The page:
In DepthInfectious Disease

Evidence grows for Zika virus as pregnancy danger

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Science  11 Mar 2016:
Vol. 351, Issue 6278, pp. 1123-1124
DOI: 10.1126/science.351.6278.1123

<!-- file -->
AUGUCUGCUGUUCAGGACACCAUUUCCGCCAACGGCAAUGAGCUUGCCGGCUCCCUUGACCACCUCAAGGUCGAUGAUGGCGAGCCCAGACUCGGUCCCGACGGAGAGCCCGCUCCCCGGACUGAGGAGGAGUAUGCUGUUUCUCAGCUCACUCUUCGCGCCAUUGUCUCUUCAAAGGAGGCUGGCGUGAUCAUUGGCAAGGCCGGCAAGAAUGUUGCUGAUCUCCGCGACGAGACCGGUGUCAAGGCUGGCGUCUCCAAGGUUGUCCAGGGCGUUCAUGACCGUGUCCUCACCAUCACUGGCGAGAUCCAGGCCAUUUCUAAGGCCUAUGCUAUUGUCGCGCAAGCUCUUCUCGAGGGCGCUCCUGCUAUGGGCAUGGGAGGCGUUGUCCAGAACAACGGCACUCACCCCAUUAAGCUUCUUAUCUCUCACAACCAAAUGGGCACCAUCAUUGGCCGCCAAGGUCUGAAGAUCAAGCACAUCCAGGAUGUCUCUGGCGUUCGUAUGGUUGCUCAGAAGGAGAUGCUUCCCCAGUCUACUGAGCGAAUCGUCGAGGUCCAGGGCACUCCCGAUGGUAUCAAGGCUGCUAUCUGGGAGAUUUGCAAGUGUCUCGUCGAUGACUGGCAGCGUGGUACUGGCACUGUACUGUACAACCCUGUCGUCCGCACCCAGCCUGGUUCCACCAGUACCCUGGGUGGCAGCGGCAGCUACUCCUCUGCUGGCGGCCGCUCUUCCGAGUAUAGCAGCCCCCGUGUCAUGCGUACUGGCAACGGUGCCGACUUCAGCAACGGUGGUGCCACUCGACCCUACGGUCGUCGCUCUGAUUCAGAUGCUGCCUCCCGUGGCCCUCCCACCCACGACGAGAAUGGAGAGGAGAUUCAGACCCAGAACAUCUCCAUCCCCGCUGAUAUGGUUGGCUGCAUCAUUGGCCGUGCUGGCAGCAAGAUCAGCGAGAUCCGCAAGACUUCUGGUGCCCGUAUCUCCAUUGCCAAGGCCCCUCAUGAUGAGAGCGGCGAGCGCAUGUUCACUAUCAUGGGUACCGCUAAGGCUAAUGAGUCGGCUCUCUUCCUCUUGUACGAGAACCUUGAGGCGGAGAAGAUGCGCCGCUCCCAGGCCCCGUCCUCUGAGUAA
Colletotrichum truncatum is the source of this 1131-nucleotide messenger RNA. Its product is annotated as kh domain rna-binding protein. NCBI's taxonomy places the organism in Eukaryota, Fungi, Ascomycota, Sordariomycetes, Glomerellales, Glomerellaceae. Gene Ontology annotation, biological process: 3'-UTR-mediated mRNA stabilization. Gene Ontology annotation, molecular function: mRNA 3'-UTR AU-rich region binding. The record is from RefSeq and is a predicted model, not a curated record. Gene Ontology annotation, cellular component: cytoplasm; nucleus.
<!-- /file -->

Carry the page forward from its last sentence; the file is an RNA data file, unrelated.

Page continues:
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Since late last year when physicians in Brazil warned that a wave of serious birth defects might be linked to a little-known virus called Zika, researchers have struggled to prove the connection. Some in the media have questioned whether the reported increase in birth defects is real; others, particularly environmental activists, have suggested the virus is an innocent bystander, unfairly blamed for defects caused by chemicals or other factors. With three studies published last week, chances that the virus has been wrongly accused are fading. Two independent groups showed that, at least in the lab, the virus eagerly infects developing brain cells, suggesting a mechanism by which it could cause the most striking of the observed birth defects: microcephaly, in which babies are born with abnormally small heads and brains. A third study, following several dozen pregnant women in Brazil who were infected with the virus, directly links the infection to an increase in brain defects. It also suggests that the virus can harm a developing fetus in other ways, possibly by attacking the placenta and slowing down the supply of nutrients. "These are the data we have been waiting for," says Daniel Lucey, an expert on global health at Georgetown University in Washington, D.C.